At this very moment, I'm in very, very detailed discussions in trying to conclude an interim free trade agreement with India. As a matter of fact, at six o'clock this morning I was jogging around the Tan and I got a very good, friendly call from my good friend the Indian Trade Minister, Piyush Goyal, wanting to discuss where we go and how we can make sure that we nail the deal by the end of this week or early next week, all going well. And the strength of the relationship that we've been able to build over the last six to seven months has meant that we are in a position that I hadn't imagined we would be in, of landing a free trade agreement, hopefully, in the next week. We've been talking quite often – twice daily. Obviously, I've been to India twice in the last seven months. He sent his negotiating team out here to Australia three weeks ago and offered again this morning to send them over again if it was needed later this week.

And it's the strength of that relationship and the strength of the friendship that we've been able to develop, and I can quite honestly stand here today and say I do not have a friendship like I have with Piyush with any other Trade Minister in the world. It's that friendship and that closeness and that trust which has enabled us to get to where we are. What we need to be able to do is see that happening across the board. One of the things that would help this negotiation [indistinct] is if we have a similar understanding and trust between the various bureaucracies here in Australia and India. So, we have those linkages between the head of our Department of Foreign Affairs and Trade, the head of our Treasury, the head of our finance department, with the head of the external affairs department in India and the head of their Treasury, the head of their finance department. That would grow and enhance how we come together to land deals like this but also other deals across the board.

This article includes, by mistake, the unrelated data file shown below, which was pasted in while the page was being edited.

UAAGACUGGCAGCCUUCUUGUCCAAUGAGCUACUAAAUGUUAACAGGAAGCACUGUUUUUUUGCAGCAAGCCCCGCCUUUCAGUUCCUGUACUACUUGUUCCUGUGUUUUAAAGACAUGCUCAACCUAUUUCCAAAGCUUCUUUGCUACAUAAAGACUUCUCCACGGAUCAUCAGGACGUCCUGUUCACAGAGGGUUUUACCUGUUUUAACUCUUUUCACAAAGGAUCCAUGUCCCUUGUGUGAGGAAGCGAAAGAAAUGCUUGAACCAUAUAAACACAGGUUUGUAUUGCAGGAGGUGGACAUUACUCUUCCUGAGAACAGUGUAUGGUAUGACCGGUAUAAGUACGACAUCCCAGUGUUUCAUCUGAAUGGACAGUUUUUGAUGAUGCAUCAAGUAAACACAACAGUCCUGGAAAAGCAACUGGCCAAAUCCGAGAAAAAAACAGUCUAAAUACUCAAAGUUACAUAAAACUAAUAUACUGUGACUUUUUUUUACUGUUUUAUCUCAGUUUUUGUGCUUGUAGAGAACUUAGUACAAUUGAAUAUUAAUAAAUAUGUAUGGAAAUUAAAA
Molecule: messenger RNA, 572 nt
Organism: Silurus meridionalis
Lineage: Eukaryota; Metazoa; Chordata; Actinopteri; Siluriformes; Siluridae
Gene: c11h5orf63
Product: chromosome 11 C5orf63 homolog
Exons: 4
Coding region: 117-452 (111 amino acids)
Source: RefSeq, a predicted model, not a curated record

And one of the things that we were able to announce yesterday, that the leaders were able to announce, which came out of our negotiations through this free trade agreement was in the next six months we're going to harmonise the recognition of degrees between India and Australia. That's something that Piyush and I have worked on to have as part of our free trade agreement, and it's an early harvest – an early, early harvest – of that agreement that was announced yesterday. And wouldn't it be fantastic if Indian students could come to Australia and study two years of their degree and then go back and finish their degrees in India, or an Australian student, a young student here at Melbourne University, could begin their degree and then go to India to finish their degree? That would be a great sign of the growing closeness of the relationship.

The second thing that we're announcing is $8.9 million to support enhanced business engagement and an increased Austrade presence in India. It's not only the government-to-government links that we need to improve. And Jennifer, I'm sure we'll discuss this, and it's great to see you here, and I'm looking forward to our conversation. But it's growing and enhancing those business-to-business links, getting a proper investment relationship developed, getting proper commercial ties developed that really build on and enhance the relationship. That is something that we need to put into development.